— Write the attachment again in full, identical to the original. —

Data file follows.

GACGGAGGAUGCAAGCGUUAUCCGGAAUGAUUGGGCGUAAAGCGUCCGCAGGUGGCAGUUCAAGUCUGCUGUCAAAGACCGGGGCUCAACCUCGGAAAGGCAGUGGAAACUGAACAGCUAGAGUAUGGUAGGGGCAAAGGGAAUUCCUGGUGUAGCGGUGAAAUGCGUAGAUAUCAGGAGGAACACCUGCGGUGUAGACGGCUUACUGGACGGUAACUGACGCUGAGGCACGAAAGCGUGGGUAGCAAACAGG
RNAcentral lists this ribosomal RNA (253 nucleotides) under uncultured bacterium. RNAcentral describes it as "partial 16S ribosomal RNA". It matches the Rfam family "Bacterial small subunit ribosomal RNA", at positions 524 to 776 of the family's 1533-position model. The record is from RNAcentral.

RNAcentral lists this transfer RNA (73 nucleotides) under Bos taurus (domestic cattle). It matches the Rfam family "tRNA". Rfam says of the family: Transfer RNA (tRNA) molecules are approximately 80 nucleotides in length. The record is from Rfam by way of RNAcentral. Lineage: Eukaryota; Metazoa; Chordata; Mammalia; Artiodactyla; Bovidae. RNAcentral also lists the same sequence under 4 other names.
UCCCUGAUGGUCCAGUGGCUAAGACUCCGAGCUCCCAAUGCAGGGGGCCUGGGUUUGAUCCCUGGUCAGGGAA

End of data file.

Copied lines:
GACGGAGGAUGCAAGCGUUAUCCGGAAUGAUUGGGCGUAAAGCGUCCGCAGGUGGCAGUUCAAGUCUGCUGUCAAAGACCGGGGCUCAACCUCGGAAAGGCAGUGGAAACUGAACAGCUAGAGUAUGGUAGGGGCAAAGGGAAUUCCUGGUGUAGCGGUGAAAUGCGUAGAUAUCAGGAGGAACACCUGCGGUGUAGACGGCUUACUGGACGGUAACUGACGCUGAGGCACGAAAGCGUGGGUAGCAAACAGG
RNAcentral lists this ribosomal RNA (253 nucleotides) under uncultured bacterium. RNAcentral describes it as "partial 16S ribosomal RNA". It matches the Rfam family "Bacterial small subunit ribosomal RNA", at positions 524 to 776 of the family's 1533-position model. The record is from RNAcentral.

RNAcentral lists this transfer RNA (73 nucleotides) under Bos taurus (domestic cattle). It matches the Rfam family "tRNA". Rfam says of the family: Transfer RNA (tRNA) molecules are approximately 80 nucleotides in length. The record is from Rfam by way of RNAcentral. Lineage: Eukaryota; Metazoa; Chordata; Mammalia; Artiodactyla; Bovidae. RNAcentral also lists the same sequence under 4 other names.
UCCCUGAUGGUCCAGUGGCUAAGACUCCGAGCUCCCAAUGCAGGGGGCCUGGGUUUGAUCCCUGGUCAGGGAA